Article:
May 4, 2021, 8:19 AM By MOSERSI am attempting to delete one of my beneficiaries for my life insurance. It appears that the online form only allows you to add a beneficiary. Perhaps I am just not understanding the form. Please advise how I need to proceed. Thank you in advance
We are working on a new system that will allow you to make a simple update without re-entering all information for your beneficiaries, but right now, with our current system, you must start over and re-enter all information about your beneficiaries if you want to update one of them.
To update your beneficiary designations, you must first log in to myMOSERS. Complete and submit the Designation/Change of Beneficiaries form (“Life Ins Beneficiaries” from the Forms drop-down menu) for basic and optional life insurance. This form also applies to deleting a beneficiary. You will need to enter the information of your new beneficiaries and submit the form. If you are a member of the MSEP 2011 or the Judicial Plan 2011, you should also complete and submit the Contribution Beneficiaries form for your employee contributions.
Visit our Life Events page for more information.
Apr 28, 2021, 4:08 PM By MOSERSI am planning to retire in 2024 and at that time, I would receive my full backdrop. I need a better understanding of the "backdrop". After retiring, can I draw from my back drop as needed or is there a set amount of money that I will get monthly?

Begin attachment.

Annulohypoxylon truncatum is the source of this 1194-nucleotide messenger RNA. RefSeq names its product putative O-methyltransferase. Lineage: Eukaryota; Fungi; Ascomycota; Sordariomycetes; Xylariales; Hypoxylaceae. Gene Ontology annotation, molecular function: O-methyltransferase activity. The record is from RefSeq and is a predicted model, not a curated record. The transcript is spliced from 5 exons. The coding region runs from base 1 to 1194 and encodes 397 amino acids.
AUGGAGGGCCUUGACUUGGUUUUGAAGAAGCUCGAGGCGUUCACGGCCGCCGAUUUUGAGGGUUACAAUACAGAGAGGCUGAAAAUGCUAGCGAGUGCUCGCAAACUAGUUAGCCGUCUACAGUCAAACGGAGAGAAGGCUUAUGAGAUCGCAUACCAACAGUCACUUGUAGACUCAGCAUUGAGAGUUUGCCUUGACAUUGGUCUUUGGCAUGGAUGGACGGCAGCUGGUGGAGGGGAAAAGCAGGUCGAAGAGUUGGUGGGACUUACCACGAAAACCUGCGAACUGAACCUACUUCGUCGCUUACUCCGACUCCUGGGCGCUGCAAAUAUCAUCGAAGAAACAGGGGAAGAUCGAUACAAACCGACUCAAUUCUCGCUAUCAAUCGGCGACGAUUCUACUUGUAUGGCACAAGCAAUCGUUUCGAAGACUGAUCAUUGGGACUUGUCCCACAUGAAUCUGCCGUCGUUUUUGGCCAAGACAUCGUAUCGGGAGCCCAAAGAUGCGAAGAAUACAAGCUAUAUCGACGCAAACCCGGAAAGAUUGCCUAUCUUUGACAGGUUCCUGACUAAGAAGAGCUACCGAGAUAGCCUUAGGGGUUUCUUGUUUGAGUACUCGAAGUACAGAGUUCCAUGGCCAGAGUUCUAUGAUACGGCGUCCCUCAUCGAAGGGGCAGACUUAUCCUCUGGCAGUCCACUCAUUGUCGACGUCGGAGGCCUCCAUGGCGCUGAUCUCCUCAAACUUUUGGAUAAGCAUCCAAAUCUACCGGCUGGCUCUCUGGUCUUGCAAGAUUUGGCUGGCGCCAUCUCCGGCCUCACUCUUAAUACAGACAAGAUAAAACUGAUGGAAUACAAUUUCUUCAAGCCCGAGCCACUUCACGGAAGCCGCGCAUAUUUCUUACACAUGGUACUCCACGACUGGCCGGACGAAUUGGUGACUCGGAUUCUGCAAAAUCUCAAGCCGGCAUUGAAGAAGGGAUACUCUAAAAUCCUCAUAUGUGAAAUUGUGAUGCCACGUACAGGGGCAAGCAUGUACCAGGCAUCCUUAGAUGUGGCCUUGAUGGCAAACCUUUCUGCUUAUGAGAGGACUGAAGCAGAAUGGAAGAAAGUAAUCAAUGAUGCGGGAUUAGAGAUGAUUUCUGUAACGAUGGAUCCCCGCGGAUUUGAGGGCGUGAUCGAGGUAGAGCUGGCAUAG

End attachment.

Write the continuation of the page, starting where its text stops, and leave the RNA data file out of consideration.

With BackDROP, you will get a lump-sum payment at retirement in addition to your monthly pension payments from MOSERS. Choosing BackDROP will, most likely, reduce the amount of your ongoing monthly benefit payments. We will provide you with Benefit Estimates at the time of retirement to show your BackDROP options and the impact of taking BackDROP on your monthly benefit payments. You can get estimates at any time by logging in to myMOSERS or by contacting a MOSERS benefit counselor.
At retirement, we will ask you if you want to elect BackDROP or not and, if so, how you want to take your BackDROP lump-sum payment. Your choices are to take it as a cash payment, as a direct rollover to an individual retirement account or eligible employer plan such as MO Deferred Comp, or as a combination of cash and rollover
Along with your first monthly pension benefit payment, we will issue your BackDROP payment (as either cash, rollover, or a combination) on the last working day of the month in which you retire.
Your question about how much you can draw from your BackDROP is really about taxes and possible IRS penalties.
- Cash Option: This is either one lump-sum payment at retirement or three annual installments. From any amounts paid in cash, we will deduct 20% for federal income tax (as required by the IRS) and any Missouri state income tax withholding you choose. You will be responsible for any IRS early withdrawal penalties that may apply.
- Rollover Option: We will send your tax-deferred distribution directly to a qualified employer plan. See the MO Deferred Comp flyer, Thinking About the BackDROP?, for more information.